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L O U I S I A N A P U B L I C S E R V I C E C O M M I S S I O N E R
27 May 2015
Letters to the Editor
The Baton Rouge Advocate
Louisiana will suffer chronic financial problems until we break the grip of the major oil
companies on the Legislature and Governor.
An umbilical cord connects our legislators and Governor to Big Oil. That cord may feed the
politicians, but Louisiana continues to rank poorly in educational, environmental and economic
Facing a $1.6-billion deficit next year, the Legislature taxed its weakest constituents and
largely left the companies untouched. College students and parents face higher tuition, motorists
more gas taxes, and smokers higher tobacco taxes.
Working-class and elderly Louisiana residents will endure cutbacks in health care. State
employees will see their paychecks and benefits squeezed.
This ugly picture plays out as Louisiana approaches the 100th anniversary of its Oil and Gas
Severance Tax. This antique from 1921 taxes in-state production but ignores the enormous
quantities of oil and gas brought to Louisiana for processing.
See how the obsolete Severance Tax works at the giant ExxonMobil refinery in Baton
Rouge: The plant processes 98 percent foreign oil and 2 percent Louisiana oil, and we tax the 2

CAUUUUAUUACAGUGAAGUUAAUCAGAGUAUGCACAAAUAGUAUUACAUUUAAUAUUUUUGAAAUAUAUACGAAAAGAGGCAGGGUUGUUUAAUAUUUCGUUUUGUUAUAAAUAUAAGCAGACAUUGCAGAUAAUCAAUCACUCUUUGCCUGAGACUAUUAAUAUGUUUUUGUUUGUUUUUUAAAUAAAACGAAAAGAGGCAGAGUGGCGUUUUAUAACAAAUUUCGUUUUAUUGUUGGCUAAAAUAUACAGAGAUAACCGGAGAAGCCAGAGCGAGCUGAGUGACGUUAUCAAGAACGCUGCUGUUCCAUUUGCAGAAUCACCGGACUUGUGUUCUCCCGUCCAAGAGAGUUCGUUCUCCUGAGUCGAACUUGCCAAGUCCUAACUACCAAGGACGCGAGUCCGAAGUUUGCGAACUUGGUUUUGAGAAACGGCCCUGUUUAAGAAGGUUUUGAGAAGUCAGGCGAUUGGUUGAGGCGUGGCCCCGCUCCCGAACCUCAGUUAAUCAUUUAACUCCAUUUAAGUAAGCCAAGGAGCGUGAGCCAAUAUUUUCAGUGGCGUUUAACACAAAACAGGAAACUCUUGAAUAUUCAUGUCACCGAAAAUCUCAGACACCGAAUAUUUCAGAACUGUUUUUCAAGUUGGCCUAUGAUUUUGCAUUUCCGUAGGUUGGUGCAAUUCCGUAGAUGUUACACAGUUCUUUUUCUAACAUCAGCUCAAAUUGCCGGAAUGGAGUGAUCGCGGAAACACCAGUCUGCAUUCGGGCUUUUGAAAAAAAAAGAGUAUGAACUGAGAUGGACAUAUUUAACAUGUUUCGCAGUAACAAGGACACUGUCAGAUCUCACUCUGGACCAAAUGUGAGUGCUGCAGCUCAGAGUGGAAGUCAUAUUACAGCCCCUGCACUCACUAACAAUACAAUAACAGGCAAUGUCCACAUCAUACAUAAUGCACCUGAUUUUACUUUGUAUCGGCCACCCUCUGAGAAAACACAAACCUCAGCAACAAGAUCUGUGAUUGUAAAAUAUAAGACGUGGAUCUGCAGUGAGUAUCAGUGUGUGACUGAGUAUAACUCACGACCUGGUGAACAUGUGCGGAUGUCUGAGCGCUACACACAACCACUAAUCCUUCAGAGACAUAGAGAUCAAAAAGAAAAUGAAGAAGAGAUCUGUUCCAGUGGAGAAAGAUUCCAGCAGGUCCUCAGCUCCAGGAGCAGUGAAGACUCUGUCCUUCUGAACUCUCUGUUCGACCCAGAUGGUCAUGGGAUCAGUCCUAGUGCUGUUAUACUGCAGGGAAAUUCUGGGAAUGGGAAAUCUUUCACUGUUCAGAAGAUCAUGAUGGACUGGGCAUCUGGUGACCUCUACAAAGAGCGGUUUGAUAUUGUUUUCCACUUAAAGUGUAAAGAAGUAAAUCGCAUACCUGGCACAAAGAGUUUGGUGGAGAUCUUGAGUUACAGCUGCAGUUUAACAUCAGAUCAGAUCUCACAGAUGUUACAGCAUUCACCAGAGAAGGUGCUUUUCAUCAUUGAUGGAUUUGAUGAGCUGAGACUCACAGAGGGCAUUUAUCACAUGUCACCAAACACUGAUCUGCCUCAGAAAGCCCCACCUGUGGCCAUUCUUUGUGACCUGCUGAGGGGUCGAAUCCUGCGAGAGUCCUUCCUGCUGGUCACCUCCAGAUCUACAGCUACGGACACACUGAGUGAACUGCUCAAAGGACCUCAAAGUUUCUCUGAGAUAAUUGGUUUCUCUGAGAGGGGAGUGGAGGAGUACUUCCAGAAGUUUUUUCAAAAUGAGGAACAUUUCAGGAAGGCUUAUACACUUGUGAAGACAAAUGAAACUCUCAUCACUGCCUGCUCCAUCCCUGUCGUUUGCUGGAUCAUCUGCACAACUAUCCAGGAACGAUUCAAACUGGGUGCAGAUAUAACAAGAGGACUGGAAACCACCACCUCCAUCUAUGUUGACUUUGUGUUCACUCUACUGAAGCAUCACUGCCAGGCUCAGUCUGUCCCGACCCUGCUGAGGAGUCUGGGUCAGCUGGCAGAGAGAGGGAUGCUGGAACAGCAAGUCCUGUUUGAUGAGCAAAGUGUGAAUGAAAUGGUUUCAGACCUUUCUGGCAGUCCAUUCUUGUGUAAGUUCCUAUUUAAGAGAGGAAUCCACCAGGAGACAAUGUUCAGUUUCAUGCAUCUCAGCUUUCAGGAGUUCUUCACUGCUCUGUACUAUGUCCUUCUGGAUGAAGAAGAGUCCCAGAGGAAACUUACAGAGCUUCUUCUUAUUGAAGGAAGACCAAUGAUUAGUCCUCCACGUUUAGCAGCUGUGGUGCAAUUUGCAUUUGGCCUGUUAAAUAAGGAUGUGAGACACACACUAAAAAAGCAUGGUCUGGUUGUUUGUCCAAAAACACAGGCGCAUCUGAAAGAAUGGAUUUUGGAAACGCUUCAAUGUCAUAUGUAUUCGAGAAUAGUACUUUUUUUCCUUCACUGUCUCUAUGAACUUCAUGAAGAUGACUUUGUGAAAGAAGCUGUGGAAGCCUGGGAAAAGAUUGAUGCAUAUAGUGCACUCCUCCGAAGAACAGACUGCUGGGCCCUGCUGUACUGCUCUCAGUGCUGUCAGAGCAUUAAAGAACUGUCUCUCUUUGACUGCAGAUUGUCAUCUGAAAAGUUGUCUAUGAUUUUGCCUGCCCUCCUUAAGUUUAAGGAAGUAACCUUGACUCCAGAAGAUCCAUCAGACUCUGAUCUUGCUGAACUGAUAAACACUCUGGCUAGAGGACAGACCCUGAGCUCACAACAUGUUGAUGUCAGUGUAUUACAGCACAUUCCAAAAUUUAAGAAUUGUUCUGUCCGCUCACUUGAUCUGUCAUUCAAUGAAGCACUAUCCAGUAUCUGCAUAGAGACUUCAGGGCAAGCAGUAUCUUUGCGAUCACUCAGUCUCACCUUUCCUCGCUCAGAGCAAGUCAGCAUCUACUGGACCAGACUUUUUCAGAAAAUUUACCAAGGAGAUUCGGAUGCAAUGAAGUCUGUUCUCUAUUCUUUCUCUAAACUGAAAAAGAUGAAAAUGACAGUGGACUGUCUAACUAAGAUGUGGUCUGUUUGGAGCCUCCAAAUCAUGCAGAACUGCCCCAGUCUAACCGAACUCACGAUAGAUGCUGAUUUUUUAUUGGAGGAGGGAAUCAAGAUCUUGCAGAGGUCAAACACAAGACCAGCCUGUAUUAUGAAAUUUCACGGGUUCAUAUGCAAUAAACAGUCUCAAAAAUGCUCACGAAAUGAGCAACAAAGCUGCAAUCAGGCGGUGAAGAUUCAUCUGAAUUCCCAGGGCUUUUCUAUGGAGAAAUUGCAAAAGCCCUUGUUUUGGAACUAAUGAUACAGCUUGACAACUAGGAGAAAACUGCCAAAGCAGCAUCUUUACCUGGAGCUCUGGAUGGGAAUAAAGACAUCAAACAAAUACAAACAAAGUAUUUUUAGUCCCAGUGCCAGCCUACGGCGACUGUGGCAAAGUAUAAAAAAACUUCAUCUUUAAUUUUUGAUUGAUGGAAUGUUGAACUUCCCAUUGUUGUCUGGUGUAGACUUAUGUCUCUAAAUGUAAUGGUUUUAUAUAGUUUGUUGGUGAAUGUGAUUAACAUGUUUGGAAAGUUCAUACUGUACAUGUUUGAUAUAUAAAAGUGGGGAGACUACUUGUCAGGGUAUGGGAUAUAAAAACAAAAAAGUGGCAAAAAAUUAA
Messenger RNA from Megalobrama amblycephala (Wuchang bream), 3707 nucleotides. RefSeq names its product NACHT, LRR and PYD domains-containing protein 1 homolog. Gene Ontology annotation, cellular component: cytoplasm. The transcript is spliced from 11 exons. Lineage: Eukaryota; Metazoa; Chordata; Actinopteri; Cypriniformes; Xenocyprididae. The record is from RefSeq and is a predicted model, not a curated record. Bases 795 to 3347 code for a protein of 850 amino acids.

A constitutional amendment by Senator Ben Nevers of Bogalusa would let voters modernize
Louisiana oil and gas taxes. It proposes a tax on hydrocarbon “processing” to support education,
health care, state employee and teacher retirement, and highways.
The bill has yet to receive a hearing.
As a senator I offered a tax on hydrocarbon processing at least 10 times, but the Legislature
refused to put the issue before voters.
Industry lobbyists must kill the Processing Tax in the Legislature because they know the
voters would approve it. Louisiana floats on a sea of foreign oil. We have thousands of miles of
pipeline, refineries no other states want, the Mississippi River to transport tankers, and politicians
friendly to Big Oil.
Not to mention the enormous oilfields off our coast.
Importing and processing oil is part of our culture. We have done it for decades. As a
result, we have tendencies similar to “petro-states” like Venezuela and Nigeria. The companies
dominate our politics. We defend them when they pollute our waters or damage our coast. We cut
The ExxonMobil refinery in Baton Rouge has received $119 million in subsidies since 2011.
The Governor and Legislature stooped to a new low last year when they worked to kill the
lawsuit blaming Big Oil for eroding our coastline, despite damage shown by the industry’s own
Voters who want their state back should ask the candidates for Governor and Legislature:
Who will you represent? How will you solve our fiscal problems? Will you tax foreign oil and cut
taxes on people?
Will you cut the umbilical cord and give us back our independence?
P.O. DRAWER E – SHREVEPORT LA 71161
318 676 7464 – FOSTER.CAMPBELL@LA.GOV